The ad spin

Rob Walker

Kai Ryssdal: The big television networks unveiled their fall schedules last week. Comedies are back, it seems, as are dramas in the 10 o'clock hour. There's a little something else new as well: How the networks are planning to get even more ad revenue. Tie-ins between their shows and social media.

Advertisers will be able to follow you as you follow your favorite shows online, which got commentator Rob Walker thinking about the latest new-new thing.


Rob Walker: Creeped out or spooked by all the data about us that ad-supported web services collect? Marketers have a ready answer. This is good news, they assure us, because it means that we're less likely to be subjected to the most annoying form of advertising -- pitches for stuff we don't care about. Detailed data mining means we'll only get marketing messages that are, as they put it, "relevant."

That's pretty good spin, and some people definitely buy it. One 40-something father I know said he'd love it if he didn't have to put up with shilling for Hannah Montana DVDs or arthritis-relief products or anything else he doesn't consider "relevant."

But here's the problem. Micro-targeted advertising isn't really about which products are relevant to consumers. It's about which consumers are relevant to advertisers.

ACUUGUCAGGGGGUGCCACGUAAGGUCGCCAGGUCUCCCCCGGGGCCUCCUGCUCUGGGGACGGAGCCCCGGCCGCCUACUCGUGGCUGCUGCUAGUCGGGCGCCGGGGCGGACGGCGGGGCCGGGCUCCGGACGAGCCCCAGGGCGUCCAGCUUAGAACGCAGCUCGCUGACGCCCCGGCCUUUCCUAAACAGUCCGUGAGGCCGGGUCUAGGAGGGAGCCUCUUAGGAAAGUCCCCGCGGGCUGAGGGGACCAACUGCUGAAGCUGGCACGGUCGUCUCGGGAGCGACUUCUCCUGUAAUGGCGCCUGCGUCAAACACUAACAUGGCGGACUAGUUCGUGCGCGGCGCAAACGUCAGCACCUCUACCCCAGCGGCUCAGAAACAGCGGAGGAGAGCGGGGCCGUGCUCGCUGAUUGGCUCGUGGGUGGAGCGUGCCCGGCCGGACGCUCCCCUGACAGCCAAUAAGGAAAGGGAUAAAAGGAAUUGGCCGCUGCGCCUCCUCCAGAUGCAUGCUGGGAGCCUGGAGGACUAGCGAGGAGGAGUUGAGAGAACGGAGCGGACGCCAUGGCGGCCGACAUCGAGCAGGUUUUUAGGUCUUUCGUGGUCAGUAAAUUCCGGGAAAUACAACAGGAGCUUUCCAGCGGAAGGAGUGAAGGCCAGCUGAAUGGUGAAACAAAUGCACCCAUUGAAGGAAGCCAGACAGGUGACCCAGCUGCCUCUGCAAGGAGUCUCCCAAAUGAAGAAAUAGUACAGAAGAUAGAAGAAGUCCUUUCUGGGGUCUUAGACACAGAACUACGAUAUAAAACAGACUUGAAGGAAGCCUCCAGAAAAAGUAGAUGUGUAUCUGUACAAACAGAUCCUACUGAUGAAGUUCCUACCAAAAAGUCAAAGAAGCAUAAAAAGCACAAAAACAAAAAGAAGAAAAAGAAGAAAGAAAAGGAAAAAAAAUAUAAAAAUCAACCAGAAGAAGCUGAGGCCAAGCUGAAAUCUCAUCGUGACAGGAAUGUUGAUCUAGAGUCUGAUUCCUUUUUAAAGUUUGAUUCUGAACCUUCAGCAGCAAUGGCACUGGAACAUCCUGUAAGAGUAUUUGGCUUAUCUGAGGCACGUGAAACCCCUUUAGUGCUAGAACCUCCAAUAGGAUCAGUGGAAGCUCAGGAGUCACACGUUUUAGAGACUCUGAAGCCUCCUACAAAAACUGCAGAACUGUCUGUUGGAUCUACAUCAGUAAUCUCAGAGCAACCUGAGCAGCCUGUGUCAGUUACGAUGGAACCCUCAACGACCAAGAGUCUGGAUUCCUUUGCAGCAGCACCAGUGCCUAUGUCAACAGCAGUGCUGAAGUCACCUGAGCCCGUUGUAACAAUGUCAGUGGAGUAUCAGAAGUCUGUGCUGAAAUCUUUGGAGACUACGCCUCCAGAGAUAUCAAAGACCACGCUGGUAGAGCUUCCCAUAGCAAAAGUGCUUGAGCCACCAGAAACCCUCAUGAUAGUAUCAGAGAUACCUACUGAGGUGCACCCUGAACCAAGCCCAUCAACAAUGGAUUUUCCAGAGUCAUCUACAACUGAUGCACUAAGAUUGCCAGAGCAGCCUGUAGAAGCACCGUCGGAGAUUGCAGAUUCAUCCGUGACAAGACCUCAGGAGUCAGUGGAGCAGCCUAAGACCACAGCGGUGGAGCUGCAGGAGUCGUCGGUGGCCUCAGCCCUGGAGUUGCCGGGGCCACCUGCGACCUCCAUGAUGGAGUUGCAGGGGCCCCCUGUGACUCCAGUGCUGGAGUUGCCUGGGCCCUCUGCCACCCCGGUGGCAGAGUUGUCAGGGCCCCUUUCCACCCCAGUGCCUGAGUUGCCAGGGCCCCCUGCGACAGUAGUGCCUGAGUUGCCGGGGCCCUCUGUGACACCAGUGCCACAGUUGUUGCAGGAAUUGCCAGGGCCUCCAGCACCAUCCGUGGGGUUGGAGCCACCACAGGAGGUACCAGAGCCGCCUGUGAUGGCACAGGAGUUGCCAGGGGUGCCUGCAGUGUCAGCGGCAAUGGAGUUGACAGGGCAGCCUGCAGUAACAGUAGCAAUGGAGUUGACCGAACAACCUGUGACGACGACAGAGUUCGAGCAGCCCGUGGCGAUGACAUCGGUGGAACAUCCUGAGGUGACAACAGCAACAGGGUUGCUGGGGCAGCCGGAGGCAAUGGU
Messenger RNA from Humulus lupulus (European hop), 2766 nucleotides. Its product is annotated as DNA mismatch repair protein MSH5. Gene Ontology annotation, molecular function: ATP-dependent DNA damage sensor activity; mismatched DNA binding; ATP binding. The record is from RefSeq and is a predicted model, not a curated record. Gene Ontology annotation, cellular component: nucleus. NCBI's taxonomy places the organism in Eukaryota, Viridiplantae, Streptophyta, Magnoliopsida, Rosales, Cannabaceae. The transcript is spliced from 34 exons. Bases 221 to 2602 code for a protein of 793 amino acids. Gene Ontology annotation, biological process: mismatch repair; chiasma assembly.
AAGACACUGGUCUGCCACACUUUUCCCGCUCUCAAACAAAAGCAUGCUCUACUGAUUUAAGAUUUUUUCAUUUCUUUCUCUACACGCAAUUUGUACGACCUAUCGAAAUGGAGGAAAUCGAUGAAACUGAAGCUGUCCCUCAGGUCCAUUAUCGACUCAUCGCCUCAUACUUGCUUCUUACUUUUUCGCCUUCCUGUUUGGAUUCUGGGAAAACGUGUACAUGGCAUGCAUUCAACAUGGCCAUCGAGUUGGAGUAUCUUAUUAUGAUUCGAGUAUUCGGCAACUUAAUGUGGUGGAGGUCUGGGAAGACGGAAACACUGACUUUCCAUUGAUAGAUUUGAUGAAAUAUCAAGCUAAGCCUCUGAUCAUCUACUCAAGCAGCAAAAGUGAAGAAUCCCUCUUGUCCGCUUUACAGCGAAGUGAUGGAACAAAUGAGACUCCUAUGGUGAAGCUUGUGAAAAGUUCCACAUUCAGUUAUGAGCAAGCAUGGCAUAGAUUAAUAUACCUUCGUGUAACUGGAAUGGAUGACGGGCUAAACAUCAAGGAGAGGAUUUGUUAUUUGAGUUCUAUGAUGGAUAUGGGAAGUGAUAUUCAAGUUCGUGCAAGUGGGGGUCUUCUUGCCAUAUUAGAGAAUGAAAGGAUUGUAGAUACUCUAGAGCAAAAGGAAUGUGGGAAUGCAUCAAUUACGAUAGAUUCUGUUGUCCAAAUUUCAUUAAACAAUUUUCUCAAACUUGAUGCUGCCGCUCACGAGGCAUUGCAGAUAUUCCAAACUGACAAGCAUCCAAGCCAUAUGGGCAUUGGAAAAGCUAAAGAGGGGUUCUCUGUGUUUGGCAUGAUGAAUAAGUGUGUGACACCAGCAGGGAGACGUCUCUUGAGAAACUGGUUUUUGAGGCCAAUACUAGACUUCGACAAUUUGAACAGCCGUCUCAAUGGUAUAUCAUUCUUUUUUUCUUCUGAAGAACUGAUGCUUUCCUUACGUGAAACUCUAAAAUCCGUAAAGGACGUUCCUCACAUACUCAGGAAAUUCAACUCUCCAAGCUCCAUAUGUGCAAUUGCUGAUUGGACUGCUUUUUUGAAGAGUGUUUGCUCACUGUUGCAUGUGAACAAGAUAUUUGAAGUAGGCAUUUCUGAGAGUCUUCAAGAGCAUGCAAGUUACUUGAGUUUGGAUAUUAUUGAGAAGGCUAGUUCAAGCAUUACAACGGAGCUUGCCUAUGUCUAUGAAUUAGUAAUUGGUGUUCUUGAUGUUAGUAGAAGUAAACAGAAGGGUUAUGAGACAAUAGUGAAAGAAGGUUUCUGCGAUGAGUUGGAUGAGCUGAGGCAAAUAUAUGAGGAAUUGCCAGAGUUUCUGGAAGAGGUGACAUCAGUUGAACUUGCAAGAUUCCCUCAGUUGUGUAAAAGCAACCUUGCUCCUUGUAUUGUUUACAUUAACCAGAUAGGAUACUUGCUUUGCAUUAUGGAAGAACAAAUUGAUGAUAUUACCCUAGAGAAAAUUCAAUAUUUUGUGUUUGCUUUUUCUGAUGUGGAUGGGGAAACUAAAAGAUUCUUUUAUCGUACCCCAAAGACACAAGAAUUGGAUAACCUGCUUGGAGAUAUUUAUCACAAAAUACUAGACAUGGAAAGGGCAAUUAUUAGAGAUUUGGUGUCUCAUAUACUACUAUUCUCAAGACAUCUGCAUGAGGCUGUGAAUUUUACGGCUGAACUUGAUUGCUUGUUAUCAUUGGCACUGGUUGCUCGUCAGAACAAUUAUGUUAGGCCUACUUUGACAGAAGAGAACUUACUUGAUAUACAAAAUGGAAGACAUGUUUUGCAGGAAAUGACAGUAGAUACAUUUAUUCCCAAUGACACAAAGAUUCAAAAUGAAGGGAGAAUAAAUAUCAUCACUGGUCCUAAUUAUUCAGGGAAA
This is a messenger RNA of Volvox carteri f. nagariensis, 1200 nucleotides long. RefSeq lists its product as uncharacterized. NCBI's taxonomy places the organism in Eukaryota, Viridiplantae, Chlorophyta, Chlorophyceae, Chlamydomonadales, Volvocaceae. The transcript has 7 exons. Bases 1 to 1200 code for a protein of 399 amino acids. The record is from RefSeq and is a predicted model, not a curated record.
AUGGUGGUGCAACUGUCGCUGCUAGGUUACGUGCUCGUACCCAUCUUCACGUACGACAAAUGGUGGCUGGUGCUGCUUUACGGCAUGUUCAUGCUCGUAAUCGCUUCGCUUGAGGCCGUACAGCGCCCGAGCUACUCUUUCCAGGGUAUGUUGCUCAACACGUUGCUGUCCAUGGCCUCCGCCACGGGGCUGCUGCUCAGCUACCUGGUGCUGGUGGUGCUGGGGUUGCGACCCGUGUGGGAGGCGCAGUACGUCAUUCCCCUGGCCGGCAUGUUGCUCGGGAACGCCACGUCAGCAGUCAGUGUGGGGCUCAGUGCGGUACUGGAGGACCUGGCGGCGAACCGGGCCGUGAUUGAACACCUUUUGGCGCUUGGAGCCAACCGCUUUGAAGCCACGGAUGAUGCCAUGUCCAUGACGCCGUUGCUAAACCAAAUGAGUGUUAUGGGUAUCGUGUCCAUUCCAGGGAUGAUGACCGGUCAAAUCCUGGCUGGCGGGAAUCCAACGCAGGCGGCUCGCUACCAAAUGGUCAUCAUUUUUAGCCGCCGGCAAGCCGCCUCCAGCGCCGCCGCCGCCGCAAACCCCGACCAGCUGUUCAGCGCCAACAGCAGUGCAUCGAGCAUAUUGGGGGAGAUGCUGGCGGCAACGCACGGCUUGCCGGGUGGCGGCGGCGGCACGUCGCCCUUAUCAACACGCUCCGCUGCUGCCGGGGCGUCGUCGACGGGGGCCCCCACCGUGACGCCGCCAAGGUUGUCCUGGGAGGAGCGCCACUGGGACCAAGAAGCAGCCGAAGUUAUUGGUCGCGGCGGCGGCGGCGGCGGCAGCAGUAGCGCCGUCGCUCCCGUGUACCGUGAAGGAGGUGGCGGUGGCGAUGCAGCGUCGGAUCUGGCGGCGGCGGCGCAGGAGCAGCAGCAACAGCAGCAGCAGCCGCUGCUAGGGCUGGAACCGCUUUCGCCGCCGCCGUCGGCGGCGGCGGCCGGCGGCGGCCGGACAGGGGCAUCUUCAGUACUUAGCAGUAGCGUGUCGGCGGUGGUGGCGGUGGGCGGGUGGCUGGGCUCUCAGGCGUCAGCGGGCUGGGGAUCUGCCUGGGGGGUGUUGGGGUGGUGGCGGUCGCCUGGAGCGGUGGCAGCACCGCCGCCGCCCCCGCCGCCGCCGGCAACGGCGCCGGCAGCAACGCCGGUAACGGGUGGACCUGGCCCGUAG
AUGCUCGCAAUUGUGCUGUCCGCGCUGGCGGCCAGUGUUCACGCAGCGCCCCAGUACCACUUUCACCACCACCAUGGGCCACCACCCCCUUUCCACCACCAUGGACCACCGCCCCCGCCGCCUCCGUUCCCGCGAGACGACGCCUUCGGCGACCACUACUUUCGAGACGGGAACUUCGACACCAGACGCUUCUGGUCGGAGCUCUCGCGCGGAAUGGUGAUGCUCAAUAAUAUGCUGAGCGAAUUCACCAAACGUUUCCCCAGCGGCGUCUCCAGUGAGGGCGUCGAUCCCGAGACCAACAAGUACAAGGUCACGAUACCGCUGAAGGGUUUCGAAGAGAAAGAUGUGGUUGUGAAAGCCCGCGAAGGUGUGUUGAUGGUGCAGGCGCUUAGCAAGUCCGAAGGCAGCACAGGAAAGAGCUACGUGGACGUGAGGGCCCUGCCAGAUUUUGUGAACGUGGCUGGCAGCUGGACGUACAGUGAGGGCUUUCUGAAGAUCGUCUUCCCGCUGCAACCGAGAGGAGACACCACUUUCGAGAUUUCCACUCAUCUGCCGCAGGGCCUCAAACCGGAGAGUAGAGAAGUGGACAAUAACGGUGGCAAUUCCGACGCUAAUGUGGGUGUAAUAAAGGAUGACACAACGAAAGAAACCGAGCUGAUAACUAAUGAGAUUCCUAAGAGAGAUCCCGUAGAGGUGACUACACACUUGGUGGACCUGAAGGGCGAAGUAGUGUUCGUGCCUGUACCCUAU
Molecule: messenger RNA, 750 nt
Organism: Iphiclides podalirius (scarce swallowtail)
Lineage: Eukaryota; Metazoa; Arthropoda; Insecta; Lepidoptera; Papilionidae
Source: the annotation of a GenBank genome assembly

That's different.

That 40-something dad, for example, happens to have a young daughter. And the managers of any given brand intended for preteen girls could easily conclude that reaching their parents is not a bad idea. And while he may not be in the market for arthritis relief now, makers of such products might find it advantageous to start making him aware of their brand.

Or suppose your online searches and clicks hint to marketing data-miners that you wish you could drop a few pounds. You might prefer not to be reminded of that fact by a slew of weight-loss pitches, but guess what? Those companies find you very "relevant!" So if they decide you need to hear more about diet pills, you will. And if you think about it, you could be just as attractive to makers of snack foods who figure you might be feeling a little peckish.

We're really in the early days of learning just what advertisers will be able figure out about any given web surfer, but you can bet they're craving all the data all they can get. At some point, being bombarded with super-targeted marketing may start to feel like living with an inescapable self-portrait in data -- and we'll yearn for the good old days, when ads were so irrelevant.


Ryssdal: Rob Walker is a contributing writer for the New York Times Magazine. He's also the author of the book, Buying In. Send us your targeted comments -- click on contact.

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